Datagrams and Multicasting (Part 2)
- Jul 6, 2001
The Internet offers the programmer several foundational message types to fit various programming requirements and needs. The highest level, streaming (Transaction Control Protocol or TCP), guarantees ordered, reliable data from the source to the destination program. User Datagram Protocol (UDP), or simply datagrams, offers fast messaging. The problems with each protocol are based on their strengths: TCP is slower than UDP, and UDP is unreliable.
Internet documents called Request For Comments (RFCs) define the Reliable Datagram Protocol (RDP). This article does not attempt to comply with that definition.
Beefing Up the Protocol
In its current state, UDP may not meet the demands of many applications being created for peer-to-peer (P2P) collaboration. But TCP can be a little heavy-handed for the same applications. Datagrams have some limitations, and before using datagrams to send and receive messages these limitations need examination and prioritization:
Reliability. The data may not even arrive at the destination. This is more of a network limitation, however; the network may drop packets because of connection or router problems.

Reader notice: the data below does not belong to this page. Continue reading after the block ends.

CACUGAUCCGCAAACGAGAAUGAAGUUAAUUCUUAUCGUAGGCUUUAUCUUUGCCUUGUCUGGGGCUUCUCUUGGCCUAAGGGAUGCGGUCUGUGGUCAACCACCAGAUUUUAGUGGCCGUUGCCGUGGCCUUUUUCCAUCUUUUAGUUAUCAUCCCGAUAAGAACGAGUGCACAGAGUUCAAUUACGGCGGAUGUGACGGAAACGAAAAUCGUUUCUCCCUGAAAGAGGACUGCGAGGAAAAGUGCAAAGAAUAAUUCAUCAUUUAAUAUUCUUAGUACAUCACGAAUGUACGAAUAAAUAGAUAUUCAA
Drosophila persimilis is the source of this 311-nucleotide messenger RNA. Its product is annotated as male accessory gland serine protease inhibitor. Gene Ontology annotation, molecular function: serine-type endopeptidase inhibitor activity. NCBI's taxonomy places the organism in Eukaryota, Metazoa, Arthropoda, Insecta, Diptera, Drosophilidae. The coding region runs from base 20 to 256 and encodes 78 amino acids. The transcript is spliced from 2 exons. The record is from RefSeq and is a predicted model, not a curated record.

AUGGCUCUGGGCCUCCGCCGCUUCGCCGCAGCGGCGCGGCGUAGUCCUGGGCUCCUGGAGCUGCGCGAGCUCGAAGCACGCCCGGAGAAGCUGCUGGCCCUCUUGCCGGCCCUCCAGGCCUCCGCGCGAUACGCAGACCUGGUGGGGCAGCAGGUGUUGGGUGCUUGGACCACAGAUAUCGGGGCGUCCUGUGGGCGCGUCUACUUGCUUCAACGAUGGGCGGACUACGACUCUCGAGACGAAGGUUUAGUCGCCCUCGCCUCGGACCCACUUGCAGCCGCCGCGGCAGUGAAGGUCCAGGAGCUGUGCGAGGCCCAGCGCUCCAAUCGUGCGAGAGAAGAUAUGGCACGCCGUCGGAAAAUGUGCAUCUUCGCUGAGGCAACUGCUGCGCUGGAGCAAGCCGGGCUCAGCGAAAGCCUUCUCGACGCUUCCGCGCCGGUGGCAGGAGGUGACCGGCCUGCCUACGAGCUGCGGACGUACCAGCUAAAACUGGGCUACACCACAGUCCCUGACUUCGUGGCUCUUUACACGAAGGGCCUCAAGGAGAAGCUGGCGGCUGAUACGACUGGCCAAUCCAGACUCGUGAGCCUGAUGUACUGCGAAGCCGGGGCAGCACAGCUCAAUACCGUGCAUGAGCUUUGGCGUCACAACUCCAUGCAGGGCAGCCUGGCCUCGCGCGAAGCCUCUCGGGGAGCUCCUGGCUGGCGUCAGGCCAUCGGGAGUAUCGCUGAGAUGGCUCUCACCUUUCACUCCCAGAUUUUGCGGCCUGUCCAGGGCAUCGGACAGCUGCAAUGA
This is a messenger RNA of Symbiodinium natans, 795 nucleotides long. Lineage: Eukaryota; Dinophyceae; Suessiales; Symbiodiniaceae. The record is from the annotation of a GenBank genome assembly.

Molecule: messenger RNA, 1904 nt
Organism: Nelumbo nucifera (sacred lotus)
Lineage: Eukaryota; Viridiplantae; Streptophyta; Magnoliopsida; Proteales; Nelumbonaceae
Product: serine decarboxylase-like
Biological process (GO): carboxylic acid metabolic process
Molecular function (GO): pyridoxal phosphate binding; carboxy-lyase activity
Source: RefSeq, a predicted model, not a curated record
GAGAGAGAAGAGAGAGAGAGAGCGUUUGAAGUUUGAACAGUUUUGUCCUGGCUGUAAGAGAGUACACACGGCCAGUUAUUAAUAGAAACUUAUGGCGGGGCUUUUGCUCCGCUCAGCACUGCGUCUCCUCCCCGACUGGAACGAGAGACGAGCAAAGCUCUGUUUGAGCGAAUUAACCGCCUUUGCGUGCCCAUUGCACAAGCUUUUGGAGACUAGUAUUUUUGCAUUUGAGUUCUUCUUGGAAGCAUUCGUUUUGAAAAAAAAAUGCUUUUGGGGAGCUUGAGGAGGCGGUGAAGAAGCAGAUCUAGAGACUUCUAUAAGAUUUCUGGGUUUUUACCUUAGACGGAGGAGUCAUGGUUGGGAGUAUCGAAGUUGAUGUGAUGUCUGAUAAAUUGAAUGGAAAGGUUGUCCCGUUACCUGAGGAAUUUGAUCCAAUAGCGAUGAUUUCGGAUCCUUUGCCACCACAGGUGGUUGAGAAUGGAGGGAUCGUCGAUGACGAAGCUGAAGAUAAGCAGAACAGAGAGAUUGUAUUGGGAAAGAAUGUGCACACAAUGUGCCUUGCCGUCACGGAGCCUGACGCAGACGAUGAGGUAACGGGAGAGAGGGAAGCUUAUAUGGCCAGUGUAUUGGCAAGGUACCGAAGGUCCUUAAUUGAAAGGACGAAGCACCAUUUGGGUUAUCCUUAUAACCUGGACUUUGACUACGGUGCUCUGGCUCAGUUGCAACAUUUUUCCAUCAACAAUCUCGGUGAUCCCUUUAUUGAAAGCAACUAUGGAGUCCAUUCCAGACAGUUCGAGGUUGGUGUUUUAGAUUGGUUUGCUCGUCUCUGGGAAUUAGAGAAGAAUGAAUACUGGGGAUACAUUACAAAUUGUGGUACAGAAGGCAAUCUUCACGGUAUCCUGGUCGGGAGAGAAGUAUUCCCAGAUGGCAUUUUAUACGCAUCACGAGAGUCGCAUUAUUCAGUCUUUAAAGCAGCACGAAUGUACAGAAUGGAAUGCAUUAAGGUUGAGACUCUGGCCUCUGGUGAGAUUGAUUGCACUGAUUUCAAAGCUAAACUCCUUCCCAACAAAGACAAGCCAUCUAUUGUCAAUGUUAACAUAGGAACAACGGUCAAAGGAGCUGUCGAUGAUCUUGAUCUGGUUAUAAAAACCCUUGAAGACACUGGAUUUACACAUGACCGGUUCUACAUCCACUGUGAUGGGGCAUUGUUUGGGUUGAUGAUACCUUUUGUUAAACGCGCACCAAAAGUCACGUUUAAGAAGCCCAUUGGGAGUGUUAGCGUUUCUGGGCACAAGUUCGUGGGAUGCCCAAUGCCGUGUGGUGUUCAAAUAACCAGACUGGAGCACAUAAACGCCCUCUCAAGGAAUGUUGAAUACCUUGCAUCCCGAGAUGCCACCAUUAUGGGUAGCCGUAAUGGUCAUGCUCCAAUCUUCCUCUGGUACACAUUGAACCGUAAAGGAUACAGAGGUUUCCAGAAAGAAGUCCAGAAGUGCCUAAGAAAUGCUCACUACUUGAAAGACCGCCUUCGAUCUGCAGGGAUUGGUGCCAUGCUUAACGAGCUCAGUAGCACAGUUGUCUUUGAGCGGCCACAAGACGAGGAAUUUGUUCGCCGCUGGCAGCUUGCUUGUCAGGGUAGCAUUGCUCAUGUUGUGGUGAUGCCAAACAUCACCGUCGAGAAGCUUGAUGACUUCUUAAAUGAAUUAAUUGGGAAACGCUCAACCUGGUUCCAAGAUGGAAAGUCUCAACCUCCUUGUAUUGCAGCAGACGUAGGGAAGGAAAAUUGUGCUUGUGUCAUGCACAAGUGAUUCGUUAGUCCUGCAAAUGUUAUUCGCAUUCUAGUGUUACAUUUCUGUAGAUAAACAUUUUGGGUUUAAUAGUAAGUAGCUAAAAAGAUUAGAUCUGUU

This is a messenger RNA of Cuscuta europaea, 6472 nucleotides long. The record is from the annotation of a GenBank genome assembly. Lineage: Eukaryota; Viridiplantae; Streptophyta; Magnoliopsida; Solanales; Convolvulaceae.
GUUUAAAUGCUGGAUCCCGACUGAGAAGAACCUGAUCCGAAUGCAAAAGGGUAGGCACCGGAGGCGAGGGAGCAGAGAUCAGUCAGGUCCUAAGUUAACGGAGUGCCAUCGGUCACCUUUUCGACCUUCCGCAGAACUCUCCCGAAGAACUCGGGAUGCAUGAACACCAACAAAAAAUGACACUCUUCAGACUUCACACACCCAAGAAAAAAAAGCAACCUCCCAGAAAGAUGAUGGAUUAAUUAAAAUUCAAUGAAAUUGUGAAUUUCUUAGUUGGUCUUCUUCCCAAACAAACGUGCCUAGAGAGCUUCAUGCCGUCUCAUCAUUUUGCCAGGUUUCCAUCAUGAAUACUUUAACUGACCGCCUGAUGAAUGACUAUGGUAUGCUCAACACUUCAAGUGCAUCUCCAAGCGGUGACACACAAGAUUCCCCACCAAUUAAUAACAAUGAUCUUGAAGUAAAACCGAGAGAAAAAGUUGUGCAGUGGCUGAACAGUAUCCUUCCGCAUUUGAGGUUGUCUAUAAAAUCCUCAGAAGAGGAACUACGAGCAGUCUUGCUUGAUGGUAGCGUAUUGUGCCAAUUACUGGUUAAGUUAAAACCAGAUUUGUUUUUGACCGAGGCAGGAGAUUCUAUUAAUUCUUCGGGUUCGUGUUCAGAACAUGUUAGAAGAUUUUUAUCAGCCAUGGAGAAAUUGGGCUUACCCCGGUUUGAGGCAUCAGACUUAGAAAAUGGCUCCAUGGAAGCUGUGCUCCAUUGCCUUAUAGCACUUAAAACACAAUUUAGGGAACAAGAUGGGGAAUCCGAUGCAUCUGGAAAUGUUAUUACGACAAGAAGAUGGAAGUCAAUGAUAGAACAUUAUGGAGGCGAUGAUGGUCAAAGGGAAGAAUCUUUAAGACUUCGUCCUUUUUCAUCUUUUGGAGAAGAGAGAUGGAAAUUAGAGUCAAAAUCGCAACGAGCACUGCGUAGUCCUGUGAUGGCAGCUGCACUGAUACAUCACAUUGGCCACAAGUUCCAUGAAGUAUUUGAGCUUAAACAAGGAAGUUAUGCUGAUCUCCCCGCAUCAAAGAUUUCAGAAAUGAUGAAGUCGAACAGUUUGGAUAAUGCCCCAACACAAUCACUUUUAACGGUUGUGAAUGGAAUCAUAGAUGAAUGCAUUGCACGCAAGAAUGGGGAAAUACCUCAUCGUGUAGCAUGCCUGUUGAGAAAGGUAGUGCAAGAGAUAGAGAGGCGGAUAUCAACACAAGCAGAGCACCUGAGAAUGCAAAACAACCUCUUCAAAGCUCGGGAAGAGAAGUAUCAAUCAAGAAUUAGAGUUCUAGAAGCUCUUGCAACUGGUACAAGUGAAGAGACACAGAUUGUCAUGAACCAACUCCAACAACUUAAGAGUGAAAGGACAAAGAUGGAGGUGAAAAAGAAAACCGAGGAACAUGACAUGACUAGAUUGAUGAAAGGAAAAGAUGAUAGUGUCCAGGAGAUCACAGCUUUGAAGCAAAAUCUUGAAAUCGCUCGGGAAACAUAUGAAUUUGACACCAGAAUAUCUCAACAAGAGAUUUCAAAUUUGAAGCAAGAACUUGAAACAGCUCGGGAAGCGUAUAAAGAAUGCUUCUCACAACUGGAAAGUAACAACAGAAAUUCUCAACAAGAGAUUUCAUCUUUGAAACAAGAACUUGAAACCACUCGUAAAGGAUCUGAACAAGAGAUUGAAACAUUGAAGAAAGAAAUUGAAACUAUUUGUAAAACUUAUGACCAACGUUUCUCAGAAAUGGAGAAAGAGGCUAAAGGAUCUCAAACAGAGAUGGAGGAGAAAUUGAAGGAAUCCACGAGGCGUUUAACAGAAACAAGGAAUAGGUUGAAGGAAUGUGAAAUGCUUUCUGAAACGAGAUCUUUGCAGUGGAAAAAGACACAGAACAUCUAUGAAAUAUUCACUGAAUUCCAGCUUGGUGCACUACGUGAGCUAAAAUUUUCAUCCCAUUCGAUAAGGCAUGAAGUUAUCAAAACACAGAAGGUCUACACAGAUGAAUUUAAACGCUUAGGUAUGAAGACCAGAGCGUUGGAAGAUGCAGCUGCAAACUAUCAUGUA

Integrity. The data that your program gets may be corrupted. The network transmission can garble the message.
Order. The sender may transmit the messages in the right order, but the receiver may get them in a different sequence. Because the message is discrete and independent, the network may use different paths between the source and destination, and the operating system makes no attempts to reorder the messages it gets.
Duplication. The network can create two or more duplicates (mirrors) of the same message.
Most of these limitations are not a problem if the program doesn't depend on them. For example, in a program that sends non-critical status information to a peer host, some lost status messages won't cause anything to fail. If you want more out of the protocol than the generic "I'm alive" watchdog, however, you may find these limitations a real problem.
If you fixed all these problems, you basically would end up with TCP, so why reinvent the wheel—especially if the wheel is good enough? The idea is to fix those limitations that cause the most pain. The others you can leave as "salient features" of the new protocol. For example, discrete messaging appears to be closer to a feature than a flaw. Getting messages in a different order seems natural to those who send mail through the post office. But the other limitations are more like defects—who wants to send a message, never expecting it to be received?